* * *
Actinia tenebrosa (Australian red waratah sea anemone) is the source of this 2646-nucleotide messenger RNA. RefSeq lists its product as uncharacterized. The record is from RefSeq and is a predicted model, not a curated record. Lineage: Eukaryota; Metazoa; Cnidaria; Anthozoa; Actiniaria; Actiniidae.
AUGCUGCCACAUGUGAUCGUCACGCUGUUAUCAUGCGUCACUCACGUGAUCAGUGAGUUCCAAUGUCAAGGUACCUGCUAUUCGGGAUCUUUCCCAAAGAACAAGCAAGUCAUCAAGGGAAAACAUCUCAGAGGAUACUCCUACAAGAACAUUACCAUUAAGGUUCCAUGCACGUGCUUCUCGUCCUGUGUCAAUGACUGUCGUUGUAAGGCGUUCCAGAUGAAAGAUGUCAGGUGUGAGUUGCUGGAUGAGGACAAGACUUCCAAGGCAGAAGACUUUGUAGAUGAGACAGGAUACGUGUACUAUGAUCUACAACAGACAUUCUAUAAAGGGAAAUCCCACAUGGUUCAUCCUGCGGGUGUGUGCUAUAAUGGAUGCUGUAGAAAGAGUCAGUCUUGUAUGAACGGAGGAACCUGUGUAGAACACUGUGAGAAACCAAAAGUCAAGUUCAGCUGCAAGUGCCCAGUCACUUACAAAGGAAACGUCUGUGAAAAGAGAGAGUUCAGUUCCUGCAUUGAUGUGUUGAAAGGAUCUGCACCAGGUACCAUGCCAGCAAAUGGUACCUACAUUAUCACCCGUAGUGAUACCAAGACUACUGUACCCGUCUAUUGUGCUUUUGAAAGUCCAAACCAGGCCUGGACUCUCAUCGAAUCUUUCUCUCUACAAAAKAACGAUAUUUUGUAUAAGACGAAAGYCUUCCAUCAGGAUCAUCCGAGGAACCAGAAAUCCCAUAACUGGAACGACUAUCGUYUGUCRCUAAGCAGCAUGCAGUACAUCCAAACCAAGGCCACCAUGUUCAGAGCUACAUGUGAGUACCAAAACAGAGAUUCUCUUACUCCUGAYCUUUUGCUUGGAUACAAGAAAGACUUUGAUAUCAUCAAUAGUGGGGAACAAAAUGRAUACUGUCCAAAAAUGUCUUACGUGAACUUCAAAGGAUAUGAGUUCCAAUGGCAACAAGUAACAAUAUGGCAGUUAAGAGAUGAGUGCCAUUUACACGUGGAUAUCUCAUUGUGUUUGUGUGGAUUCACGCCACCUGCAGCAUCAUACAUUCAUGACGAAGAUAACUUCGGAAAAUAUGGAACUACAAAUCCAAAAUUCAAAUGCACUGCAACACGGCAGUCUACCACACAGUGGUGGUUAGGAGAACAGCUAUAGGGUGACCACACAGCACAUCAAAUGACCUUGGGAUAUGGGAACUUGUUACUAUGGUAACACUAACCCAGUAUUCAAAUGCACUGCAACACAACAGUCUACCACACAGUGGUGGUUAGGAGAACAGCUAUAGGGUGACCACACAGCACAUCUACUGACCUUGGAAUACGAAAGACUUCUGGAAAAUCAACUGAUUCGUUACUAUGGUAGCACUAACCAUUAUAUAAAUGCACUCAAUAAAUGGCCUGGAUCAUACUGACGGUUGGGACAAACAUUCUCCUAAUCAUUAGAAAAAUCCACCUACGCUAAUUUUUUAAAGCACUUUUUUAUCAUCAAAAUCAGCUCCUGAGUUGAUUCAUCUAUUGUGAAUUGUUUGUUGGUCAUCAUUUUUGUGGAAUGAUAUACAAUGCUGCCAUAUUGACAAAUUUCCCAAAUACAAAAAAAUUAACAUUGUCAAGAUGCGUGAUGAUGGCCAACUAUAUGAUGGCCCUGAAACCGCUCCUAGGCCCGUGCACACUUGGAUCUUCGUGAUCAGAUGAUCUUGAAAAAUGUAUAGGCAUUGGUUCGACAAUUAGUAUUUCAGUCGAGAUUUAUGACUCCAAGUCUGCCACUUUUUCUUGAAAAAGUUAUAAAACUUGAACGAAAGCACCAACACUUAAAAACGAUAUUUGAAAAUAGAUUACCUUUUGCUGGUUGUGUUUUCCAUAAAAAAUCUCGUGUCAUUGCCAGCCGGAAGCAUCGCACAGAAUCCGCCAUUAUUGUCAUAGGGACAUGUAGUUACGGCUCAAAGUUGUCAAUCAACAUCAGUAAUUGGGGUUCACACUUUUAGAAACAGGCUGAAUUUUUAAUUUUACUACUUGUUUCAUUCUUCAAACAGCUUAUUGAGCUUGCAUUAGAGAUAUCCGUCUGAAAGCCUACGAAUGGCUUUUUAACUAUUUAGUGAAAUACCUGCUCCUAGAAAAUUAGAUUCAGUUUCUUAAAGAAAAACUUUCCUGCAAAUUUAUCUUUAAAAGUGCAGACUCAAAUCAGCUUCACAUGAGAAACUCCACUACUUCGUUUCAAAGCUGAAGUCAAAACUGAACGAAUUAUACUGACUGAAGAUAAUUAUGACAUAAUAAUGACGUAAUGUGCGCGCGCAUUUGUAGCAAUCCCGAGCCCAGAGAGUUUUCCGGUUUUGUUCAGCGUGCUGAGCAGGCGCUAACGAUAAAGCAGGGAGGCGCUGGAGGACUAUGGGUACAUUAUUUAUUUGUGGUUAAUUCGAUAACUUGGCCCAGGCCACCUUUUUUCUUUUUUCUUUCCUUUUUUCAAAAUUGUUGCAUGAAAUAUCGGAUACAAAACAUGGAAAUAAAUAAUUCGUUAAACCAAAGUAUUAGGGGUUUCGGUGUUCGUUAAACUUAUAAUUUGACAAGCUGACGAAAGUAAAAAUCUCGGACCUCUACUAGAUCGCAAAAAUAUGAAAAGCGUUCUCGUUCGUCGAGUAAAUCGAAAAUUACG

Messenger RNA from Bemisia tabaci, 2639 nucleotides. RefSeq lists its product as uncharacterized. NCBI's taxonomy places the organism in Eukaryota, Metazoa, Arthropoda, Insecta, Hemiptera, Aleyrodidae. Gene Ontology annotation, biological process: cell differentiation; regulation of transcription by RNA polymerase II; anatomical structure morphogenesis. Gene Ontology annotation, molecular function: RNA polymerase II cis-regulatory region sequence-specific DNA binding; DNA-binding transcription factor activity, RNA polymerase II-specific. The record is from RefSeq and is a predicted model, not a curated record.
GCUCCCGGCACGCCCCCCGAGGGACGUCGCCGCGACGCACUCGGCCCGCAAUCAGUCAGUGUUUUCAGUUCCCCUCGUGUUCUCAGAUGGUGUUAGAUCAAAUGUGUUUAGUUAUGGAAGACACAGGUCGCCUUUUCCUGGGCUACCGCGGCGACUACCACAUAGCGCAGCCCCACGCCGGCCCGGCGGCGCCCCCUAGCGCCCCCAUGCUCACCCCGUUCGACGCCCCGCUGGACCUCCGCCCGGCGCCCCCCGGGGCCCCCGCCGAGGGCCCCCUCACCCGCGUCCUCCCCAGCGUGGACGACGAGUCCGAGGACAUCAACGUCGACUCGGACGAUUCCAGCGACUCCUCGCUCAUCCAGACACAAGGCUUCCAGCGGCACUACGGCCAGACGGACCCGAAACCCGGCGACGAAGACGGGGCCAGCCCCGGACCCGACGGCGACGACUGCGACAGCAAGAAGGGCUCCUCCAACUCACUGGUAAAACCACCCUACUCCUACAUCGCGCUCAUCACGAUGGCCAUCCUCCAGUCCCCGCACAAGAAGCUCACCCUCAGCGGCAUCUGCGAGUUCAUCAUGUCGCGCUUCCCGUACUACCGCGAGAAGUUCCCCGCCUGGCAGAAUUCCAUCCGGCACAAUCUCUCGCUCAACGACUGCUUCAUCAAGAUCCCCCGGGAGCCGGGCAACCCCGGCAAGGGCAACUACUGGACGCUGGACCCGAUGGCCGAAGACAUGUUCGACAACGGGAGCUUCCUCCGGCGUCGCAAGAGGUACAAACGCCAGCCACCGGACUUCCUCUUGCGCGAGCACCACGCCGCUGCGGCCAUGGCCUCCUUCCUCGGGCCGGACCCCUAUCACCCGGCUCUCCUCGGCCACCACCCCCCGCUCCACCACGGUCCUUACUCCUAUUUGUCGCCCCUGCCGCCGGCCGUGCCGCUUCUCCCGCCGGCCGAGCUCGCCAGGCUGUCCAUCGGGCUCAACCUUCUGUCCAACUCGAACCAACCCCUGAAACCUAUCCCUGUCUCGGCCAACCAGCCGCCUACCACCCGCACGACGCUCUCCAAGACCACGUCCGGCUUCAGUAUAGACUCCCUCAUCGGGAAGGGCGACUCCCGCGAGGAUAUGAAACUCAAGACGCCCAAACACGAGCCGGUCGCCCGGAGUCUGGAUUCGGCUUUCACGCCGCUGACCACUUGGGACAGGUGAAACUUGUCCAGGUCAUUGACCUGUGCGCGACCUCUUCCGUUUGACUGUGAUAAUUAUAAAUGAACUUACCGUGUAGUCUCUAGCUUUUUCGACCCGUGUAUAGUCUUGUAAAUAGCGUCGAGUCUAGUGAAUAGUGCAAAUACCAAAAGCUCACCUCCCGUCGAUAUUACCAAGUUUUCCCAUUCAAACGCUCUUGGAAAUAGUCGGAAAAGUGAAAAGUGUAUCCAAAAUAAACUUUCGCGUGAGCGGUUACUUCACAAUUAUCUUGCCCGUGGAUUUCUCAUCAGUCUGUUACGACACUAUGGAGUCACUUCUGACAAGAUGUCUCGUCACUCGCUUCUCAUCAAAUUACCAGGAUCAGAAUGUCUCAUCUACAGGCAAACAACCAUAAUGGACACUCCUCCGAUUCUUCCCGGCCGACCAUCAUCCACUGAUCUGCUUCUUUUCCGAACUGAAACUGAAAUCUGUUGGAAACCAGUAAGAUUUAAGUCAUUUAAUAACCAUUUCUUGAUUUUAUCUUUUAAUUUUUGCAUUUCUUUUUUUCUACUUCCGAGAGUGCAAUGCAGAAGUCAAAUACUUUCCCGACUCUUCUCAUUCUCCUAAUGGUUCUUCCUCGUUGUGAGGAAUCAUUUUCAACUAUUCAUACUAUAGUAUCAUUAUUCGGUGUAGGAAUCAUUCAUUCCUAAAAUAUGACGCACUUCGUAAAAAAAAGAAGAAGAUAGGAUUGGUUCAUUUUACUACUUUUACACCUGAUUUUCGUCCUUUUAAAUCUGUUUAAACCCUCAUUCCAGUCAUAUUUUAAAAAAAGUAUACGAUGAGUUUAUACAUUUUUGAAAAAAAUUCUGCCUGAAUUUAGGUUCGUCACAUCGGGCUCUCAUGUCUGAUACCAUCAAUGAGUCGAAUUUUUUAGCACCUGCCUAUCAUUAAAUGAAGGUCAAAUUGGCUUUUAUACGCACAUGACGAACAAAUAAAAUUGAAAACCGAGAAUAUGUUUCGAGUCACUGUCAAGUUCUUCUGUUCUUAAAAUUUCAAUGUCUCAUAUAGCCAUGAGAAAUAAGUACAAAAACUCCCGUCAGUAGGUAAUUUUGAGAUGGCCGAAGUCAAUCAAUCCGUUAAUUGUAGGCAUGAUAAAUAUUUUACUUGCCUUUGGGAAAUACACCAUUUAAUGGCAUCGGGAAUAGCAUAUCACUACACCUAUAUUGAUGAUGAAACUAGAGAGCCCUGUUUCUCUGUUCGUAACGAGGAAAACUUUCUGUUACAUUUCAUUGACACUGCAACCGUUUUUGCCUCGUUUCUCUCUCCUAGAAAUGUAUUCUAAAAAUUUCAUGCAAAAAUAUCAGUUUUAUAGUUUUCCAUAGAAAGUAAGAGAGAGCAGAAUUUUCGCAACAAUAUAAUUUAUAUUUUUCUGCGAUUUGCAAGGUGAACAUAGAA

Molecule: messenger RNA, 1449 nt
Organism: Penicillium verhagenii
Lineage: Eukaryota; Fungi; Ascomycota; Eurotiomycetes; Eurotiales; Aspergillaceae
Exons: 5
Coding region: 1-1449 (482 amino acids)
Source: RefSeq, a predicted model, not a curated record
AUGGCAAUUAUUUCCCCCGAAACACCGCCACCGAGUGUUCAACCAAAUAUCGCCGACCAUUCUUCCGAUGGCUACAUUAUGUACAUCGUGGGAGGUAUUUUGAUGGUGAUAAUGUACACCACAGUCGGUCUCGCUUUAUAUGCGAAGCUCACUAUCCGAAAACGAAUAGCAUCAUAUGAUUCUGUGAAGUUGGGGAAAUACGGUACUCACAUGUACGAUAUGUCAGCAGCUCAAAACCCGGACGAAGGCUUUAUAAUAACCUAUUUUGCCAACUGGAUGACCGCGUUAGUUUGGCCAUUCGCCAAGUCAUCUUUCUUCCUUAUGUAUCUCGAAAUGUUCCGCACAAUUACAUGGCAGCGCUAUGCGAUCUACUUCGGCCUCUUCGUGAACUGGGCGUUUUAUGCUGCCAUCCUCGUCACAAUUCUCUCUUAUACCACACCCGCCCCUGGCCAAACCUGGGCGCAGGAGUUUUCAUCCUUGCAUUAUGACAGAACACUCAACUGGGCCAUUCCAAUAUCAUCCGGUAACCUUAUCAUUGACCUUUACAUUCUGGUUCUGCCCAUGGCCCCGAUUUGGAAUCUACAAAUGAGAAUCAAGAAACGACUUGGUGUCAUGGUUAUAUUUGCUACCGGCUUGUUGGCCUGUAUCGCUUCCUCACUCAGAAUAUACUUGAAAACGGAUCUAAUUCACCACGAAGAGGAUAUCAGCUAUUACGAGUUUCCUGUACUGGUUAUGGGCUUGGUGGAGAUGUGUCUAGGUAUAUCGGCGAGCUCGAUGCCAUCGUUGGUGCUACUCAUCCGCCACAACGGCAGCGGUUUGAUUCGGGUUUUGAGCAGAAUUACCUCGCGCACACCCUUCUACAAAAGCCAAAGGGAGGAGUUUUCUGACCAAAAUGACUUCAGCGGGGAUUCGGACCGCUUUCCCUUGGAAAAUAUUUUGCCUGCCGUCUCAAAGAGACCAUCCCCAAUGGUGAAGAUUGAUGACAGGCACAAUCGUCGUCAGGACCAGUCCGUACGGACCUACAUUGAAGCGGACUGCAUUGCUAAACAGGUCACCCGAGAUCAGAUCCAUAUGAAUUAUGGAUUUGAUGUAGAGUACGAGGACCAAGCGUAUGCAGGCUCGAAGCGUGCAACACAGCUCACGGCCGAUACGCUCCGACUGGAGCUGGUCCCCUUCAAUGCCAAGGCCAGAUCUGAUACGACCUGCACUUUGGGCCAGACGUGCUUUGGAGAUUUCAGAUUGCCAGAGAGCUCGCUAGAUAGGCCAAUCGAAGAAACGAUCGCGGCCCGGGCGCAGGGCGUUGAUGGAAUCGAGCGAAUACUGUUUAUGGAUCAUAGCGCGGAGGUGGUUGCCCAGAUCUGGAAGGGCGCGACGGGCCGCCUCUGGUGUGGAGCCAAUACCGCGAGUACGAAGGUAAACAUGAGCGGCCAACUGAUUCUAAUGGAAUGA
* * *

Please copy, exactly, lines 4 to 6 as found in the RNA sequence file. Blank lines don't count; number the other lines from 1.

GCUCCCGGCACGCCCCCCGAGGGACGUCGCCGCGACGCACUCGGCCCGCAAUCAGUCAGUGUUUUCAGUUCCCCUCGUGUUCUCAGAUGGUGUUAGAUCAAAUGUGUUUAGUUAUGGAAGACACAGGUCGCCUUUUCCUGGGCUACCGCGGCGACUACCACAUAGCGCAGCCCCACGCCGGCCCGGCGGCGCCCCCUAGCGCCCCCAUGCUCACCCCGUUCGACGCCCCGCUGGACCUCCGCCCGGCGCCCCCCGGGGCCCCCGCCGAGGGCCCCCUCACCCGCGUCCUCCCCAGCGUGGACGACGAGUCCGAGGACAUCAACGUCGACUCGGACGAUUCCAGCGACUCCUCGCUCAUCCAGACACAAGGCUUCCAGCGGCACUACGGCCAGACGGACCCGAAACCCGGCGACGAAGACGGGGCCAGCCCCGGACCCGACGGCGACGACUGCGACAGCAAGAAGGGCUCCUCCAACUCACUGGUAAAACCACCCUACUCCUACAUCGCGCUCAUCACGAUGGCCAUCCUCCAGUCCCCGCACAAGAAGCUCACCCUCAGCGGCAUCUGCGAGUUCAUCAUGUCGCGCUUCCCGUACUACCGCGAGAAGUUCCCCGCCUGGCAGAAUUCCAUCCGGCACAAUCUCUCGCUCAACGACUGCUUCAUCAAGAUCCCCCGGGAGCCGGGCAACCCCGGCAAGGGCAACUACUGGACGCUGGACCCGAUGGCCGAAGACAUGUUCGACAACGGGAGCUUCCUCCGGCGUCGCAAGAGGUACAAACGCCAGCCACCGGACUUCCUCUUGCGCGAGCACCACGCCGCUGCGGCCAUGGCCUCCUUCCUCGGGCCGGACCCCUAUCACCCGGCUCUCCUCGGCCACCACCCCCCGCUCCACCACGGUCCUUACUCCUAUUUGUCGCCCCUGCCGCCGGCCGUGCCGCUUCUCCCGCCGGCCGAGCUCGCCAGGCUGUCCAUCGGGCUCAACCUUCUGUCCAACUCGAACCAACCCCUGAAACCUAUCCCUGUCUCGGCCAACCAGCCGCCUACCACCCGCACGACGCUCUCCAAGACCACGUCCGGCUUCAGUAUAGACUCCCUCAUCGGGAAGGGCGACUCCCGCGAGGAUAUGAAACUCAAGACGCCCAAACACGAGCCGGUCGCCCGGAGUCUGGAUUCGGCUUUCACGCCGCUGACCACUUGGGACAGGUGAAACUUGUCCAGGUCAUUGACCUGUGCGCGACCUCUUCCGUUUGACUGUGAUAAUUAUAAAUGAACUUACCGUGUAGUCUCUAGCUUUUUCGACCCGUGUAUAGUCUUGUAAAUAGCGUCGAGUCUAGUGAAUAGUGCAAAUACCAAAAGCUCACCUCCCGUCGAUAUUACCAAGUUUUCCCAUUCAAACGCUCUUGGAAAUAGUCGGAAAAGUGAAAAGUGUAUCCAAAAUAAACUUUCGCGUGAGCGGUUACUUCACAAUUAUCUUGCCCGUGGAUUUCUCAUCAGUCUGUUACGACACUAUGGAGUCACUUCUGACAAGAUGUCUCGUCACUCGCUUCUCAUCAAAUUACCAGGAUCAGAAUGUCUCAUCUACAGGCAAACAACCAUAAUGGACACUCCUCCGAUUCUUCCCGGCCGACCAUCAUCCACUGAUCUGCUUCUUUUCCGAACUGAAACUGAAAUCUGUUGGAAACCAGUAAGAUUUAAGUCAUUUAAUAACCAUUUCUUGAUUUUAUCUUUUAAUUUUUGCAUUUCUUUUUUUCUACUUCCGAGAGUGCAAUGCAGAAGUCAAAUACUUUCCCGACUCUUCUCAUUCUCCUAAUGGUUCUUCCUCGUUGUGAGGAAUCAUUUUCAACUAUUCAUACUAUAGUAUCAUUAUUCGGUGUAGGAAUCAUUCAUUCCUAAAAUAUGACGCACUUCGUAAAAAAAAGAAGAAGAUAGGAUUGGUUCAUUUUACUACUUUUACACCUGAUUUUCGUCCUUUUAAAUCUGUUUAAACCCUCAUUCCAGUCAUAUUUUAAAAAAAGUAUACGAUGAGUUUAUACAUUUUUGAAAAAAAUUCUGCCUGAAUUUAGGUUCGUCACAUCGGGCUCUCAUGUCUGAUACCAUCAAUGAGUCGAAUUUUUUAGCACCUGCCUAUCAUUAAAUGAAGGUCAAAUUGGCUUUUAUACGCACAUGACGAACAAAUAAAAUUGAAAACCGAGAAUAUGUUUCGAGUCACUGUCAAGUUCUUCUGUUCUUAAAAUUUCAAUGUCUCAUAUAGCCAUGAGAAAUAAGUACAAAAACUCCCGUCAGUAGGUAAUUUUGAGAUGGCCGAAGUCAAUCAAUCCGUUAAUUGUAGGCAUGAUAAAUAUUUUACUUGCCUUUGGGAAAUACACCAUUUAAUGGCAUCGGGAAUAGCAUAUCACUACACCUAUAUUGAUGAUGAAACUAGAGAGCCCUGUUUCUCUGUUCGUAACGAGGAAAACUUUCUGUUACAUUUCAUUGACACUGCAACCGUUUUUGCCUCGUUUCUCUCUCCUAGAAAUGUAUUCUAAAAAUUUCAUGCAAAAAUAUCAGUUUUAUAGUUUUCCAUAGAAAGUAAGAGAGAGCAGAAUUUUCGCAACAAUAUAAUUUAUAUUUUUCUGCGAUUUGCAAGGUGAACAUAGAA

Molecule: messenger RNA, 1449 nt
Organism: Penicillium verhagenii